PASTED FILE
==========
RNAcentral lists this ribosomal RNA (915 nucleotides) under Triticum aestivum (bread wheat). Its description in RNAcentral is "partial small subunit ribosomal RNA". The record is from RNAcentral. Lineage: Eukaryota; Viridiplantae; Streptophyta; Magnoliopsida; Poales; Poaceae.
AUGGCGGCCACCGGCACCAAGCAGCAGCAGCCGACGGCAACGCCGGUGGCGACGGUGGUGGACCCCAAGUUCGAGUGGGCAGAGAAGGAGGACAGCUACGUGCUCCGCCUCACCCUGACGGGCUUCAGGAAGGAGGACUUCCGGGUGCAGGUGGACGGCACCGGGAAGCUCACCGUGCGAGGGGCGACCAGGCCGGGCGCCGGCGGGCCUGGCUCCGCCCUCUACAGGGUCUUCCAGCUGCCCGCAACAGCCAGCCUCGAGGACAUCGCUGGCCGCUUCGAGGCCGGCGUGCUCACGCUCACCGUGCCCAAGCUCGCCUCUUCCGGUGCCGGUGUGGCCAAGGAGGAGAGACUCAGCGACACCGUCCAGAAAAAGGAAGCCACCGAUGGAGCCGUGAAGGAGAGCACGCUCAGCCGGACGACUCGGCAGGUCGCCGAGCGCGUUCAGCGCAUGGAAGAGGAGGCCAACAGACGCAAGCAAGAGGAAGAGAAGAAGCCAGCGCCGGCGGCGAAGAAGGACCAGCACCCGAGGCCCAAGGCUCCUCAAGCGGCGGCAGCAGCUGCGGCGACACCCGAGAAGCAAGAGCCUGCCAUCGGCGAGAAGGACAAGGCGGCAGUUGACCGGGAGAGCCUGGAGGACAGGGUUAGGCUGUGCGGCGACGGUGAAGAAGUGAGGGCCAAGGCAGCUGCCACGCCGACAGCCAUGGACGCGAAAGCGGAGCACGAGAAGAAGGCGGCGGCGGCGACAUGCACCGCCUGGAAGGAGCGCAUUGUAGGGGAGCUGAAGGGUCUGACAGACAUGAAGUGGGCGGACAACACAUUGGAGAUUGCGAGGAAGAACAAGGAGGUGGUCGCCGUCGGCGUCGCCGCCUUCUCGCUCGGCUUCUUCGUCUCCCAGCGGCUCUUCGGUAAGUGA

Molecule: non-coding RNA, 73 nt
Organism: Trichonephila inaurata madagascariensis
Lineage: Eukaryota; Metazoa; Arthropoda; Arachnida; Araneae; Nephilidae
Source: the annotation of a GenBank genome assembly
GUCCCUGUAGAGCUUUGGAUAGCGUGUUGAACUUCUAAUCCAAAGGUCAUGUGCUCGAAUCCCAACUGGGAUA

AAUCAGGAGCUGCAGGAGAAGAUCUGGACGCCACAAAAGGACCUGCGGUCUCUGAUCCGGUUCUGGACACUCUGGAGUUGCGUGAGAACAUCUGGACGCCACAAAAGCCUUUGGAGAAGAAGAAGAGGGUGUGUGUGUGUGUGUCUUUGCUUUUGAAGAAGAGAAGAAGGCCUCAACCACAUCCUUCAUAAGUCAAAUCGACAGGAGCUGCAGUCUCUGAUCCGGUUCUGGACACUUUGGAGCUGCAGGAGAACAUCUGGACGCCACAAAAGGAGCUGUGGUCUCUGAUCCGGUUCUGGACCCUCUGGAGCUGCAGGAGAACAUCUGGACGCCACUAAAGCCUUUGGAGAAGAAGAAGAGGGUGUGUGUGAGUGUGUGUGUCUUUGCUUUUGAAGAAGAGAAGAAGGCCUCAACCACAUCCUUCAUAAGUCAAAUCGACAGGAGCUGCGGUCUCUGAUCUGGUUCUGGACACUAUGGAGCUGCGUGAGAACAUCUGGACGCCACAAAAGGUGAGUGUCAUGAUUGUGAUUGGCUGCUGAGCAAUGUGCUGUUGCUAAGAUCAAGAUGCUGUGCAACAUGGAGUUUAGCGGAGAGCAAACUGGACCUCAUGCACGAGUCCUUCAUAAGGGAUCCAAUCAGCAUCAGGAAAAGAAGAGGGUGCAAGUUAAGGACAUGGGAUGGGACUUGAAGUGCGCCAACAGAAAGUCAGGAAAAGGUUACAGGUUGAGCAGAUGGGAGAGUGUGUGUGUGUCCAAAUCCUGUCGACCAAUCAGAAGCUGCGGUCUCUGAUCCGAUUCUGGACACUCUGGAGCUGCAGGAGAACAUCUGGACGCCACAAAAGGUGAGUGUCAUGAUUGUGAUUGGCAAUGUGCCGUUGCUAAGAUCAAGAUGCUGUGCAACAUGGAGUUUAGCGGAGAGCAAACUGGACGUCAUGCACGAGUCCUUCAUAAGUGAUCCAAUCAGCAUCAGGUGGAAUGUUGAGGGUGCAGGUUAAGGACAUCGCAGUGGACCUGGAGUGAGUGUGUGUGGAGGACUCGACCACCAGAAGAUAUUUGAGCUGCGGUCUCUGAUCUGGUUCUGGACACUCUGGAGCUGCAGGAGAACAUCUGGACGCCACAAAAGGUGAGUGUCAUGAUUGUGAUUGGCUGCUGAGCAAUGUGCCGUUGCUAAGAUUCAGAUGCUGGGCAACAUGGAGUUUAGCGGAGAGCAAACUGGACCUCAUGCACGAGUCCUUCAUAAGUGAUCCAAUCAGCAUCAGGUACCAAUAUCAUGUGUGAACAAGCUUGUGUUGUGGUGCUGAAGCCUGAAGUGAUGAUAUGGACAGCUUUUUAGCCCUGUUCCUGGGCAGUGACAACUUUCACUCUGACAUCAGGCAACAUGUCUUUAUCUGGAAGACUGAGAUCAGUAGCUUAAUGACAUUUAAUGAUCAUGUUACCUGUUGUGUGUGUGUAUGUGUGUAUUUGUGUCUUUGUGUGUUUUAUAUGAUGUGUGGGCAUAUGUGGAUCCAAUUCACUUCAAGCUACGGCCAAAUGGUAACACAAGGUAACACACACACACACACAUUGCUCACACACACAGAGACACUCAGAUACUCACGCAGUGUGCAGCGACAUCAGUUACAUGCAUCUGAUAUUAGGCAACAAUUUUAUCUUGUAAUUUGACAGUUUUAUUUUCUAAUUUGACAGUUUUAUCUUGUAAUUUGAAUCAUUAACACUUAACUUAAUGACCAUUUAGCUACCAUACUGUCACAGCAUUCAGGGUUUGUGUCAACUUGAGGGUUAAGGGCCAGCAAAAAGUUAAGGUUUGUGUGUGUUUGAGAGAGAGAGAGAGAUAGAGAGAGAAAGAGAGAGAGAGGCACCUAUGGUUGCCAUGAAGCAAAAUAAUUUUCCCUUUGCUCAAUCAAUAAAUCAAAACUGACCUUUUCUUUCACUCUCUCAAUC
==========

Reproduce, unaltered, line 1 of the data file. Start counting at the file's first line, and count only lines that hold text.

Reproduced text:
RNAcentral lists this ribosomal RNA (915 nucleotides) under Triticum aestivum (bread wheat). Its description in RNAcentral is "partial small subunit ribosomal RNA". The record is from RNAcentral. Lineage: Eukaryota; Viridiplantae; Streptophyta; Magnoliopsida; Poales; Poaceae.